When one of the kids at Robert W. Coleman Elementary School in West Baltimore acts out, chances are they’ll not be sent to the principal’s office but instead to the Mindful Moment room, a soothing space with comfy cushions and beanbags, lit by glowing pink Himalayan salt lamps.
It’s part of the Mindful Moment program run by the Holistic Life Foundation, a nonprofit started in 2001 by brothers Atman and Ali Smith, who grew up in the neighborhood, and their friend Andres Gonzalez. Longtime meditators, they wanted to give kids better tools to cope with stress and anger in this low-income, high-crime neighborhood, which was at the epicenter of the riots that followed Freddie Gray’s death in police custody. They began by teaching mindfulness first at another elementary school, then at a local YMCA.
Now, thanks to their efforts, the day at Coleman Elementary School starts with a breathing exercise over the PA system and ends with an after-school program where, in addition to sports and tutoring, students can learn yoga and meditation. All day, staffers guide students through breathing and other centering exercises in the Mindful Moment room.
It’s working. In the 2013–14 school year, Coleman had zero suspensions.
The goal is to give kids tools for coping with trauma, anger and stress. The school incorporates breathing exercises into morning announcements and yoga into its after-school program.
Using meditation and yoga in schools is part of a trend in education, often referred to as “whole child” or “social emotional learning.” The idea is to address the social and emotional factors that prevent kids from being able to sit quietly to write or perform well on a math quiz.
It’s part of a move away from “zero tolerance” discipline practices, which often result in kicking kids out of classrooms, toward “restorative justice” practices that emphasize restoring relationships and keeping students in an academic environment.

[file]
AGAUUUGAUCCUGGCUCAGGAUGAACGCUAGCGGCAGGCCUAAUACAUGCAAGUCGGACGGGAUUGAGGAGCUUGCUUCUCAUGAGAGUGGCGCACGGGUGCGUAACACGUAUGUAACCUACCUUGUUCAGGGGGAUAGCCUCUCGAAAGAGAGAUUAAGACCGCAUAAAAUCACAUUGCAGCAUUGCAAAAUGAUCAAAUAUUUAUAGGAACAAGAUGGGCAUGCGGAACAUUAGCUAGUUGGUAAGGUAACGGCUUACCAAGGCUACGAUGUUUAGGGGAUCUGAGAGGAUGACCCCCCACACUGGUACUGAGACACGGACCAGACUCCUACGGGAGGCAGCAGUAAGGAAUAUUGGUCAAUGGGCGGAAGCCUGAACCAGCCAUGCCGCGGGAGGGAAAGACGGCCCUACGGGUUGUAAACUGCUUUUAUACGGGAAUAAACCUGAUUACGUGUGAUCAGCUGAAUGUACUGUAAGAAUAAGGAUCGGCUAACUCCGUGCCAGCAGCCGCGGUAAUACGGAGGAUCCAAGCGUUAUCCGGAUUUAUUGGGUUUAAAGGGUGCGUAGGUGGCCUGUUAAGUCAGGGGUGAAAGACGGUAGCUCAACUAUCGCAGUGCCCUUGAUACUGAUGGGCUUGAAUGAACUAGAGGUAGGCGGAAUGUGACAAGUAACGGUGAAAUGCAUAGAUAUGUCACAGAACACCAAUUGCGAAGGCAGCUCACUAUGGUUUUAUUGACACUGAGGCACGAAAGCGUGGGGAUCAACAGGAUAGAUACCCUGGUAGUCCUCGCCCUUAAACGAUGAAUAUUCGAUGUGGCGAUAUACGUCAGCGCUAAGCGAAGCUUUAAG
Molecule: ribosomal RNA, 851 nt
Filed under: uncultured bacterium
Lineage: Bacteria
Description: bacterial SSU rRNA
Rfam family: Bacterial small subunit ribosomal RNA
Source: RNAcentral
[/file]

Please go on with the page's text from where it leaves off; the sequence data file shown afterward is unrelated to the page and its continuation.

The meditation rooms look nothing like your standard windowless detention room. Instead, it’s filled with lamps, decorations, and plush purple pillows. Misbehaving kids are encouraged to sit in the room and go through practices like breathing or meditation, helping them calm down and re-center. They are also asked to talk through what happened.
In the room, misbehaving students are guided to sit, breathe and meditate in order to calm down and re-center. They are also advised to open up about what happened.
“It’s amazing.You wouldn’t think that little kids would meditate in silence. And they do.”
Other schools are implementing such practices, too. In the U.K., the Mindfulness in Schools Project educates adults on how to set up programs. And in the U.S., Mindful Schools, another nonprofit, is working to do the same thing.
It’s a pleasant breakthrough for students, educators and parents alike, as the powers of living in the present are being actualised.
The kids may even be bringing that mindfulness back home with them.
In the August 2016 issue of Oprah Magazine, Holistic Life Foundation co-founder Andres Gonzalez said: “We’ve had parents tell us, ‘I came home the other day stressed out, and my daughter said, “Hey, Mom, you need to sit down. I need to teach you how to breathe.”
Hopefully this trend will continue and meditation and mindfulness will become the norm at schools around the world. As the Dalia Lama optimistically said.
“If every 8 year old in the world is taught meditation, we will eliminate violence from the world within one generation.”